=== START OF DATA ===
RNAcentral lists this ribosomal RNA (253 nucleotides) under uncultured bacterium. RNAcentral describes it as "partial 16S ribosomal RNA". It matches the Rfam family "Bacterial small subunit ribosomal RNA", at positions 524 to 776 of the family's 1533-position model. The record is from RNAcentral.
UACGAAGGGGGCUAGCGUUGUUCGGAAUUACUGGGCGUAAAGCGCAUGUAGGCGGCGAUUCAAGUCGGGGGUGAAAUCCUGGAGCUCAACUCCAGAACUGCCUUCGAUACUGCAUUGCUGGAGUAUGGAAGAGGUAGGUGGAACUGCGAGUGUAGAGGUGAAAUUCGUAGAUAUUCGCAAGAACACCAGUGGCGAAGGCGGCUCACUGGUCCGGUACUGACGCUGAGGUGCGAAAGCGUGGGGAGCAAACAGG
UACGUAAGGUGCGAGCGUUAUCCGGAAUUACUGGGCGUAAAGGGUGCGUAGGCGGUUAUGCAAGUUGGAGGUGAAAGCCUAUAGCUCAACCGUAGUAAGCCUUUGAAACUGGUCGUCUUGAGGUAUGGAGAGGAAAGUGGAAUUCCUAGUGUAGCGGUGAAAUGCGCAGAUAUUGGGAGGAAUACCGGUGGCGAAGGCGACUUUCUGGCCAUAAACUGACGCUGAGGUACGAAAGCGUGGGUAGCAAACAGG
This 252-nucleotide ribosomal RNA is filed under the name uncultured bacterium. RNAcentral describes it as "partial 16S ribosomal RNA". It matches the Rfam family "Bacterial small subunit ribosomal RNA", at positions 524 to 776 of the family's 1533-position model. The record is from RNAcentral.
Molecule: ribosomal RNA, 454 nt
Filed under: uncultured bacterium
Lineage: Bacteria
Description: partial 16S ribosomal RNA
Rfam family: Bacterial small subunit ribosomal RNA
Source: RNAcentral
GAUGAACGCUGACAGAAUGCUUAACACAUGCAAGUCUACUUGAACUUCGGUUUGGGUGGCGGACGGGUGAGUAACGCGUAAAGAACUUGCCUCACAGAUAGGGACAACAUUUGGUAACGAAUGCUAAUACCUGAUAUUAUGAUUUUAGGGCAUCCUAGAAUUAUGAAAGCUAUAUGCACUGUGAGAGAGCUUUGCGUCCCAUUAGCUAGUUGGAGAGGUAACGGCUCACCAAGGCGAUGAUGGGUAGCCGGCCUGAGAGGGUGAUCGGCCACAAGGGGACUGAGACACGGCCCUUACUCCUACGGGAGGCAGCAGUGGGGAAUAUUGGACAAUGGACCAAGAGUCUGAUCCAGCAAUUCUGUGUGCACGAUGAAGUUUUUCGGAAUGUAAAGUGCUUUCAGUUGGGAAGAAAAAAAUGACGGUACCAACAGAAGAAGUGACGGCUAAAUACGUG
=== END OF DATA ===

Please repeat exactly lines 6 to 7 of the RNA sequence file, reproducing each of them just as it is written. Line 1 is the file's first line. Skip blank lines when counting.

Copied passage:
Filed under: uncultured bacterium
Lineage: Bacteria